ACEIs/ARBs Have Continued Benefits in Patients with Falling eGFR

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For patients whose estimated glomerular filtration rate (eGFR) declines to less than 30 mL/min/1.73 m2, continuing treatment with renin-angiotensin system blockers has continued cardiovascular benefits, suggests a study in JAMA Internal Medicine.

Using data from a large integrated healthcare system in Pennsylvania, the researchers identified approximately 163,000 patients who started angiotensin-converting enzyme inhibitor (ACE) or angiotensin receptor blocker (ARB) therapy between 2004 and 2018. Of these, nearly 11,000 patients subsequently had a drop in outpatient eGFR to less than 30 mL/min/1.73 m2. After elimination of patients who discontinued ACEI/ARB therapy before the drop in kidney function (and other exclusion criteria), the study population included 3909 patients: 61.6% female, mean age 73.7 years. Of these, about 31.6% discontinued ACEIs/ARBs within 6 months after the reduction in eGFR.

On propensity score matching, the researchers identified 1205 patients who discontinued ACEI/ARB therapy and 1205 controls who continued on treatment. The main outcome of interest was the association between ACEI/ARB discontinuation and mortality over the subsequent 5 years. Analyses were adjusted for patient characteristics at the time of the drop in kidney function.

In the overall study population, median follow-up was 2.9 years. Mortality was 35.1% for patients who discontinued ACEIs/ARBs and 29.4% for controls who continued therapy. The increase in mortality associated with discontinuation remained significant in the propensity-matched analysis: 40.0% versus 34.0%, hazard ratio (HR) 1.39. Discontinuation was also associated with an increased risk of major adverse cardiovascular events: HR 1.37.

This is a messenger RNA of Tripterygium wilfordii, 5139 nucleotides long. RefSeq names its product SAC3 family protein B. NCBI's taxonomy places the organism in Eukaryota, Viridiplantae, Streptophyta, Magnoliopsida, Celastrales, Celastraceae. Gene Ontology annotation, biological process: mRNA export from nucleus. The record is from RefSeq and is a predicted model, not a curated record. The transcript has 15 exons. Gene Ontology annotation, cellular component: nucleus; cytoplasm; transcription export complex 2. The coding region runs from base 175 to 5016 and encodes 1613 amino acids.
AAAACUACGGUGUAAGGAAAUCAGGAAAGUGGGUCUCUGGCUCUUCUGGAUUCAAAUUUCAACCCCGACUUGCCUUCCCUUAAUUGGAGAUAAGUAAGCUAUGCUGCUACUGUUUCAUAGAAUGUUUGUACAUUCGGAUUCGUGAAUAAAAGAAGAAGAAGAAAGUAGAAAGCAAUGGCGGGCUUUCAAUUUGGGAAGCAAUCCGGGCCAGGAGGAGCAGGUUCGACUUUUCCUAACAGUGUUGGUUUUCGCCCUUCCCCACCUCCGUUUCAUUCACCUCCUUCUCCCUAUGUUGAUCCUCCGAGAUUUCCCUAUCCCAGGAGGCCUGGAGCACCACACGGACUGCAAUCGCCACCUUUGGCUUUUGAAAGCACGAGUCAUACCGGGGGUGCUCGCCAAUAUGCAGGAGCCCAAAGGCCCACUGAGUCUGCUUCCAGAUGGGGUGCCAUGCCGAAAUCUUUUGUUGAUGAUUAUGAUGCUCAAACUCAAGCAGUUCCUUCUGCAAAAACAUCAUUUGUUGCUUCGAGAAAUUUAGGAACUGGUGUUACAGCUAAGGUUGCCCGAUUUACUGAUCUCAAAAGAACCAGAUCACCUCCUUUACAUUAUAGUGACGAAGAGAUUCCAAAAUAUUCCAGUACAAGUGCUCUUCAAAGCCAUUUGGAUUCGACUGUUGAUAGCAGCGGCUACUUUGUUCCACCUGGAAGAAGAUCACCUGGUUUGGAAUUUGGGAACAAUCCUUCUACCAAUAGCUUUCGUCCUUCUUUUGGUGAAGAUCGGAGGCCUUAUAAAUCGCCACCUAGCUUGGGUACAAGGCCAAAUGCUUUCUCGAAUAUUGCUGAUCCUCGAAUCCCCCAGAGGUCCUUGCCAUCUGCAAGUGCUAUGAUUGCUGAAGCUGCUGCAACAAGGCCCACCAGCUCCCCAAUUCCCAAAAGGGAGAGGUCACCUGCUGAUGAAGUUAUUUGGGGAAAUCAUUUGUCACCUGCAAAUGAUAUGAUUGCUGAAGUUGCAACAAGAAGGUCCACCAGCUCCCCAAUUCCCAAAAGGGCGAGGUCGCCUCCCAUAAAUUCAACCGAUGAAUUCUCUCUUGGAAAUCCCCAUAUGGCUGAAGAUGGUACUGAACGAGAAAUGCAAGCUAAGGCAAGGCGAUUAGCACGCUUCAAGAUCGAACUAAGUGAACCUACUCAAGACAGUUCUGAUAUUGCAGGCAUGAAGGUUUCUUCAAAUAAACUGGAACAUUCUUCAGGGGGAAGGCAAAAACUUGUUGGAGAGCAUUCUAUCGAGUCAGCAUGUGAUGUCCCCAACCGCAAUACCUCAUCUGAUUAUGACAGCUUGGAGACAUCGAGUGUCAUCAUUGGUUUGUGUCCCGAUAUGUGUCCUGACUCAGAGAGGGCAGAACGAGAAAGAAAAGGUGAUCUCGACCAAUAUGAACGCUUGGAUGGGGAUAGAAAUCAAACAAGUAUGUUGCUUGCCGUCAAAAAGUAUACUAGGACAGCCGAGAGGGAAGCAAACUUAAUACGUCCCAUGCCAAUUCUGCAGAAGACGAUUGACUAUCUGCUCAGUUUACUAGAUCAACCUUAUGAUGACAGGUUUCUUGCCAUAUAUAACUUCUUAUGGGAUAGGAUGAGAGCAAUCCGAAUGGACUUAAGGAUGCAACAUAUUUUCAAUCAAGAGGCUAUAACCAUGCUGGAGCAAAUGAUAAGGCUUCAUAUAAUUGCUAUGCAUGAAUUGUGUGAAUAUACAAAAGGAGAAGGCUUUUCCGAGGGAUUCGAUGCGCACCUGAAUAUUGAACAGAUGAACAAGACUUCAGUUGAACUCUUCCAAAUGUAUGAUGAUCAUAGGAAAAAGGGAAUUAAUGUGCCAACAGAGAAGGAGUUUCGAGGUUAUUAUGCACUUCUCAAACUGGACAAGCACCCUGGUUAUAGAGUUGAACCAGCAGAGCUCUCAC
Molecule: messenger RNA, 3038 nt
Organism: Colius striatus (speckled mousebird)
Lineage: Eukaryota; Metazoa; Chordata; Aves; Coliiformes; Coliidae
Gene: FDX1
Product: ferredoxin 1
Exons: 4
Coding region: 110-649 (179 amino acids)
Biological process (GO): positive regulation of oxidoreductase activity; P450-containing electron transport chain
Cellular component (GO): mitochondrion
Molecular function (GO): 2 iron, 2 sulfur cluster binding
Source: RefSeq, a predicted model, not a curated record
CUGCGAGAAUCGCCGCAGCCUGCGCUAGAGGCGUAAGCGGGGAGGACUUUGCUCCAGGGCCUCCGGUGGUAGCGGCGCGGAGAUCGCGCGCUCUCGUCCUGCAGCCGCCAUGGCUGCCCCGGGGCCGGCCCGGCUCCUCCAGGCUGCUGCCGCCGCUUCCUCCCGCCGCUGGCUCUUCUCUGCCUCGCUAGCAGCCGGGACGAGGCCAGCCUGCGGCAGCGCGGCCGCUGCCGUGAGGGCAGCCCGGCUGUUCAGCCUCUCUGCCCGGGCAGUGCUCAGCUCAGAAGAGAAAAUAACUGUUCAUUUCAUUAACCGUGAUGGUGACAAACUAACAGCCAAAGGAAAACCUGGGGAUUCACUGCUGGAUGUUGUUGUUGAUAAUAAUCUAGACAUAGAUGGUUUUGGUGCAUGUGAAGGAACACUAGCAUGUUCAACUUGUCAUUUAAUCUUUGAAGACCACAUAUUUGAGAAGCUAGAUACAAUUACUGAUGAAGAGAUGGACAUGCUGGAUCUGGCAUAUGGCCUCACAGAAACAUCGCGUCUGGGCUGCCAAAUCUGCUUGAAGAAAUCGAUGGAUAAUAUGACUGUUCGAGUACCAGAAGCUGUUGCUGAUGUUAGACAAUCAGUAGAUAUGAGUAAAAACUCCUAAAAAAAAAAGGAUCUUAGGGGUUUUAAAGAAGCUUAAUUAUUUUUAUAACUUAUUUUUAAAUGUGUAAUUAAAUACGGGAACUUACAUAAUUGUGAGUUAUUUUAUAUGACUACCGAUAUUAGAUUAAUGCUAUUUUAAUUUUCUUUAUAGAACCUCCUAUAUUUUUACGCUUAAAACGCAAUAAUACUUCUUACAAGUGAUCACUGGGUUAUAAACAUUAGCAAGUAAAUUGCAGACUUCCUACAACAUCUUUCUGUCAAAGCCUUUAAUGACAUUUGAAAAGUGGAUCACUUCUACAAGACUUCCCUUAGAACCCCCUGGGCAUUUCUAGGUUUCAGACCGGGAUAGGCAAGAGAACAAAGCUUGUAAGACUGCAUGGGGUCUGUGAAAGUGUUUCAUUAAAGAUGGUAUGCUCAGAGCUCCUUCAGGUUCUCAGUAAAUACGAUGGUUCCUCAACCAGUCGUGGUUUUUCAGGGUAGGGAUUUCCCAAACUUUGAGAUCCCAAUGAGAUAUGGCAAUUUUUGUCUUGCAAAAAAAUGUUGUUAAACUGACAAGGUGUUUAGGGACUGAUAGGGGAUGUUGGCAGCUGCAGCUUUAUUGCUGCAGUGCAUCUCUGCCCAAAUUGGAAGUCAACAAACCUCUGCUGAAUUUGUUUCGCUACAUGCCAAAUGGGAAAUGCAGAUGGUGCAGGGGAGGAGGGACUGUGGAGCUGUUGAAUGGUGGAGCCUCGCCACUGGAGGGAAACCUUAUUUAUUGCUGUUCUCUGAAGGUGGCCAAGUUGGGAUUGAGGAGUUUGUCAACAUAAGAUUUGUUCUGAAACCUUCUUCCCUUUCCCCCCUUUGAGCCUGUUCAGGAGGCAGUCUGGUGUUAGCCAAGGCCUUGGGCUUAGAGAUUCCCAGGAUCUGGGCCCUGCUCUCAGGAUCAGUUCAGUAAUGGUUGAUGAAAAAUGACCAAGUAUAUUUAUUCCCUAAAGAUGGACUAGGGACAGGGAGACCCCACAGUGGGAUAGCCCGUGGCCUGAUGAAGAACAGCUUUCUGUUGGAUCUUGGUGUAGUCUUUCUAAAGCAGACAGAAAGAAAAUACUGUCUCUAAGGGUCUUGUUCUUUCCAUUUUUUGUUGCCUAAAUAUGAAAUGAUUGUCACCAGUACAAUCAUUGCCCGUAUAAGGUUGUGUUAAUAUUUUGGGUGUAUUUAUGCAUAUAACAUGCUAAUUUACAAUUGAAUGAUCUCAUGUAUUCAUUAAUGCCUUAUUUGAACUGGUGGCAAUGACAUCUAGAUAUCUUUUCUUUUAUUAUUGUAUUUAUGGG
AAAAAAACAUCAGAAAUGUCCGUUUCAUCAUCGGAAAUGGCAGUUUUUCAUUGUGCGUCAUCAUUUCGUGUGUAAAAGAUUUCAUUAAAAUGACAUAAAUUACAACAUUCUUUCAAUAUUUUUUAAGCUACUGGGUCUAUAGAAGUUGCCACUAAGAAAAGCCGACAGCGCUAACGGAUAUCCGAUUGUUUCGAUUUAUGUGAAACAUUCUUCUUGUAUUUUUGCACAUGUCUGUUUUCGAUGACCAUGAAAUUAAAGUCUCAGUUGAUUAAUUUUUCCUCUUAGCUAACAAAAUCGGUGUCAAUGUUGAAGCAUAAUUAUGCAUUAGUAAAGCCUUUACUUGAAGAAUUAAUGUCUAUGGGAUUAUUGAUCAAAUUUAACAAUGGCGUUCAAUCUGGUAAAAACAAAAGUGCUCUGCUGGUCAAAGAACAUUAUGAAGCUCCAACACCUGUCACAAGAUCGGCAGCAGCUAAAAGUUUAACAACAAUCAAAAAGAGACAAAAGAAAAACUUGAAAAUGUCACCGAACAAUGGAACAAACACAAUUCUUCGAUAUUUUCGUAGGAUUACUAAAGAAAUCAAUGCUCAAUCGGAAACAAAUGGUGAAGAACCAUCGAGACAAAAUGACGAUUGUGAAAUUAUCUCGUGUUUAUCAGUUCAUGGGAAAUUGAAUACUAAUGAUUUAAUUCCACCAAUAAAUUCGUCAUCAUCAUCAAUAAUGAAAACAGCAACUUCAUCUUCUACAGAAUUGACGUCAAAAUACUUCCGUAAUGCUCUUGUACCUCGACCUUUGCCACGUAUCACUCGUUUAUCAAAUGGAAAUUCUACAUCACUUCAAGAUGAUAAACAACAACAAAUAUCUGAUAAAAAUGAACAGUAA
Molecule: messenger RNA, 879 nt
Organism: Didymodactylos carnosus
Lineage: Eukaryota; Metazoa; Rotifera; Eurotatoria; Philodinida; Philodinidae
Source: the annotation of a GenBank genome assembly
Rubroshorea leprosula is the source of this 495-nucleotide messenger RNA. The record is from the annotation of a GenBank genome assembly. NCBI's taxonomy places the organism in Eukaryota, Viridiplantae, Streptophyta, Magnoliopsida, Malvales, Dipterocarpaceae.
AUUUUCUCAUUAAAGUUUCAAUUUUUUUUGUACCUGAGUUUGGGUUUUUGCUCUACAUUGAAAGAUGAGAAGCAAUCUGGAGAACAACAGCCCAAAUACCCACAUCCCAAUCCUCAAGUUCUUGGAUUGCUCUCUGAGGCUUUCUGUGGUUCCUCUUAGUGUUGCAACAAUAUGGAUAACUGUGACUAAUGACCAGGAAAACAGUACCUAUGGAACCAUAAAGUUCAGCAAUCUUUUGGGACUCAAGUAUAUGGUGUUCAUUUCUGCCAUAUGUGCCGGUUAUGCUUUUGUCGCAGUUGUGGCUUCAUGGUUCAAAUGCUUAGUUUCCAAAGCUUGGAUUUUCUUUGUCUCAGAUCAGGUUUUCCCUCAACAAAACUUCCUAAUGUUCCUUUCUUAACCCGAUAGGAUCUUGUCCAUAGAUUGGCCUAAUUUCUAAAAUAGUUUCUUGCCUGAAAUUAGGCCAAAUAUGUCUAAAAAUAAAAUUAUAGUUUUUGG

Risk of developing kidney failure was about 7% in both groups. The presence of baseline diabetes had a modifying effect on the association between ACEI/ARB and risk of kidney failure: estimated HR 1.56 in patients with diabetes versus 0.61 in those without. Discontinuation of ACEI/ARB therapy was associated with a lower risk of hyperkalemia: HR 0.65. Analysis of ACEI/ARB discontinuation after eGFR decrease by 40% or more also showed significant increases in the risk of death or cardiovascular events: HR 1.53 and 1.40, respectively.

Patients with lower eGFR are more likely to experience adverse effects of ACEI/ARB therapy. As kidney disease progresses, treatment discontinuation becomes increasingly common. However, there are conflicting data on the risks versus benefits of ACEI/ARB discontinuation in patients with advanced CKD.

Continuing ACEI/ARB therapy after a decline in eGFR is associated with lower mortality and a lower rate of cardiovascular events, with no increase in kidney failure, the retrospective study suggests. The findings are robust on sensitivity analyses and similar for patients with an eGFR under 30 mL/min/1.73 m2 or a decline of 40% or more. β€œThe findings suggest that continuing ACE-I or ARB therapy in patients with declining kidney function may be associated with cardiovascular benefit without excessive harm of ESKD,” the investigators conclude [Qiao Y, et al. Association between renin-angiotensin system blockade discontinuation and all-cause mortality among persons with low estimated glomerular filtration rate. JAMA Intern Med 2020; DOI:10.1001/jamainternmed.2020.0193].

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